At Jetpack, our Happiness Engineers are usually busy supporting our customers to ensure that they have everything they need for a successful website — but we interrupted one of them for an inside look at Jetpack and some valuable tips and tricks.
Meet Joen, a Jetpack Happiness Engineer who grew up in Viking territory but now works remotely under the sunshine and blue skies of southern Spain.
Q. You’re originally from the Faroe Islands and now you live in Málaga, Spain. How did you end up there?
The Faroe Islands is a tiny, semi-autonomous part of the Kingdom of Denmark. Since it’s located in the middle of the North Atlantic, it used to serve as a Viking pit stop on the way to Iceland.
Now I live in the Costa del Sol, which has about 320 days of sun a year — the complete opposite of how I grew up. If there’s bad weather here, just wait a week and it’ll go away! I first came here to visit friends and complete some temporary work assignments for another company, but what was supposed to last a month turned into seven years.
Q. How did you start working with WordPress?
I hand-coded my first HTML pages in 1998. And when I created my first blog, it seemed like almost no one was online. It felt private, like a different kind of web — small, almost.
In 2005, WordPress sucked me in with the famous “five-minute install,” which was a way to get a blog and website up and running in no time back when everything else took much longer.
Q. What do you remember most from when you first started?
I remember that I accidentally nuked my blog during an update. That was a big part of the learning process. Back then it was like, “A real man doesn’t make backups; he just cries when he loses everything.”
Q. How did you get into technology in the first place?
I was tech-minded and often tinkered with WordPress, which turned into doing little projects, and ultimately working as a developer and freelancer. I consider myself to be good at explaining things to people and bridging the gap between business and technical.
I always say that, among the techies, I’m the least technical one and, among the non-techies, I’m the most technical. I walk that fine line and translate between those two worlds. I moved into customer support because I really like helping people.
Q. So how did you end up helping people as a Happiness Engineer?
Three years ago, I was working on a WordPress project when I came across Automattic’s site. I realized it was a remote company, and the idea of combining my love of WordPress with working from home sounded great — so I applied.
I was assigned to work on Jetpack, which is one of the more technical things we work on, so I was thrown right into that.
Q. How do you explain to people what Jetpack is?
I came in with no preconceived notions about Jetpack and used to create my own custom solutions to common problems. Then, I realized that Jetpack solves a lot of those issues in one plugin — from brute force protection to backups. It’s a great first plugin to install because it takes care of everything from speeding up to protecting your site.
The Support Page is an excellent way to learn about everything that Jetpack has to offer.
Q. We hear you have a special analogy to explain Jetpack.
I use the analogy of Jetpack being a smart home system. Imagine that WordPress is a house that needs to be built on a foundation — that foundation is your hosting provider.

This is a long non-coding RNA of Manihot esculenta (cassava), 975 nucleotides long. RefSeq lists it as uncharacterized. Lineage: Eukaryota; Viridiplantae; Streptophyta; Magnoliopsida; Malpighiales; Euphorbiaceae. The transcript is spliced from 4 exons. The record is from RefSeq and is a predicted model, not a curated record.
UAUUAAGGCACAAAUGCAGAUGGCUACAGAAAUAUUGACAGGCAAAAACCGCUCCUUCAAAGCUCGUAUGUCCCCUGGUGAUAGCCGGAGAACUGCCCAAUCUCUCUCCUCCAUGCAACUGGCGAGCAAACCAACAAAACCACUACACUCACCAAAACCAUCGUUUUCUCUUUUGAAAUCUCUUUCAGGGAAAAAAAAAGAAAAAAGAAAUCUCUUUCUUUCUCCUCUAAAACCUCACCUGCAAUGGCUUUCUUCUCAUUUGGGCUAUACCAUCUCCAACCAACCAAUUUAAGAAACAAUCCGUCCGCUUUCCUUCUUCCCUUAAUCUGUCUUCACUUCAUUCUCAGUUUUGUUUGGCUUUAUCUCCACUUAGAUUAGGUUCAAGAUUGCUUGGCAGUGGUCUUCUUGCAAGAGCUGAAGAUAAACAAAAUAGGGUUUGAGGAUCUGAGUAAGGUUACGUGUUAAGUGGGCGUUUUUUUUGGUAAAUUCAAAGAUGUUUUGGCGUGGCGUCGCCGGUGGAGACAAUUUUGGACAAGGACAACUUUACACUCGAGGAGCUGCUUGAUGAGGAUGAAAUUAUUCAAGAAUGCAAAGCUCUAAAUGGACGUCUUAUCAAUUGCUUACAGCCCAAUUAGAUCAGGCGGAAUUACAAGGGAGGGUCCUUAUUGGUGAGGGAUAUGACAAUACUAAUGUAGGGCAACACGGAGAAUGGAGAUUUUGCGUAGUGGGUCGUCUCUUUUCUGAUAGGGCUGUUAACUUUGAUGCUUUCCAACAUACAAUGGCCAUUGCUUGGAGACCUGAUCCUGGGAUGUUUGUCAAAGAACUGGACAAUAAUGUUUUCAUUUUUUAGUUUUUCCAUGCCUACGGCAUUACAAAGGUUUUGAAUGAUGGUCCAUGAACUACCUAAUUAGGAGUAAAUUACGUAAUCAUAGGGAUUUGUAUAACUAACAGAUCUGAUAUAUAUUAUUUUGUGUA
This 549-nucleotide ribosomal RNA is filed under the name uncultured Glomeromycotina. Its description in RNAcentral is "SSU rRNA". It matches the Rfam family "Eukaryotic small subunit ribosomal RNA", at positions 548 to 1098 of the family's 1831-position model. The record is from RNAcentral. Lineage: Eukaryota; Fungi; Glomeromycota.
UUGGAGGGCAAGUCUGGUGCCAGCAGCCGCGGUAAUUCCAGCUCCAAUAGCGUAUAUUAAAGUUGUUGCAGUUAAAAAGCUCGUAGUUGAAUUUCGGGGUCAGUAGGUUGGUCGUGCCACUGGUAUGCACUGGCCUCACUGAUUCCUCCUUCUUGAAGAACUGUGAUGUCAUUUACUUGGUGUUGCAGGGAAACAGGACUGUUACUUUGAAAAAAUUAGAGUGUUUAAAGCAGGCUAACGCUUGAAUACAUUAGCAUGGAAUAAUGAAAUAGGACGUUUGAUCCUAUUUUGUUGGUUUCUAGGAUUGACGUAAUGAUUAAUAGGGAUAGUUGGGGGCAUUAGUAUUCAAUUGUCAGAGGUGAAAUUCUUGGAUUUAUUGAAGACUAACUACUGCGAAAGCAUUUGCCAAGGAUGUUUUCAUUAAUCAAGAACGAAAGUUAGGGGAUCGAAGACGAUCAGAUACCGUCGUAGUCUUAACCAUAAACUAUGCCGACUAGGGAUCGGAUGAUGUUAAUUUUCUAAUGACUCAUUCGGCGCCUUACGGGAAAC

A house also has rooms that need to be decorated with paint and furniture — those are themes. Then you can add things that extend outside the home, like a solar panel on the roof or a shed in the backyard — those are plugins.
A smart home system makes sure everything runs optimally, conducts surveillance to make sure no one breaks in, and serves as a bridge to the cloud to get the latest updates and features to improve the home’s environment — that’s Jetpack.
Q. What’s the most common question you get when people contact you for help?
It’s almost always, “Why is my site not working?” which typically has nothing to do with Jetpack. But we help everyone and provide professional service even if it’s “not our problem,” so to speak.
We’re usually the first point of contact when someone needs help and we use tools to figure out what’s wrong. If it’s an external problem, we provide the user with next steps. The issue is often a server error, so we give customers the information they need to get in touch with their host.
Q. What’s the best part of your job?
It’s helping people. At the end of the day, people don’t really want a website; they want to solve a problem, build a business, or sell products. They don’t usually care about the technical underpinnings of their websites. Running a site is stressful, and the less time you have to pay attention to it, the more time you have to do what you love. I really like cases where we help people get back to doing what they love.
Q. What’s it like being a Happiness Engineer?
Support at Automattic is not like support elsewhere. At Automattic, everyone has a high level of technical proficiency but also a high level of humanity. It’s easy to forget that behind every email there is a real person with a real problem, and we can help them find the solution.
Q. What do you do in your free time?
Since my work requires a lot of time behind a screen, I think it’s important to balance that with time outside in the sunshine. So, I use my flexible schedule to build in lots of time for physical things like running, swimming, and biking.
I’ve been in IT my whole professional life and it’s a lot of sitting. It’s really important to get away from the computer, let your eyes recover, and move your body.
People like Joen are who many Jetpack users count on for guidance and technical troubleshooting. In addition to a wide selection of support documentation, all paid Jetpack plans include priority support.
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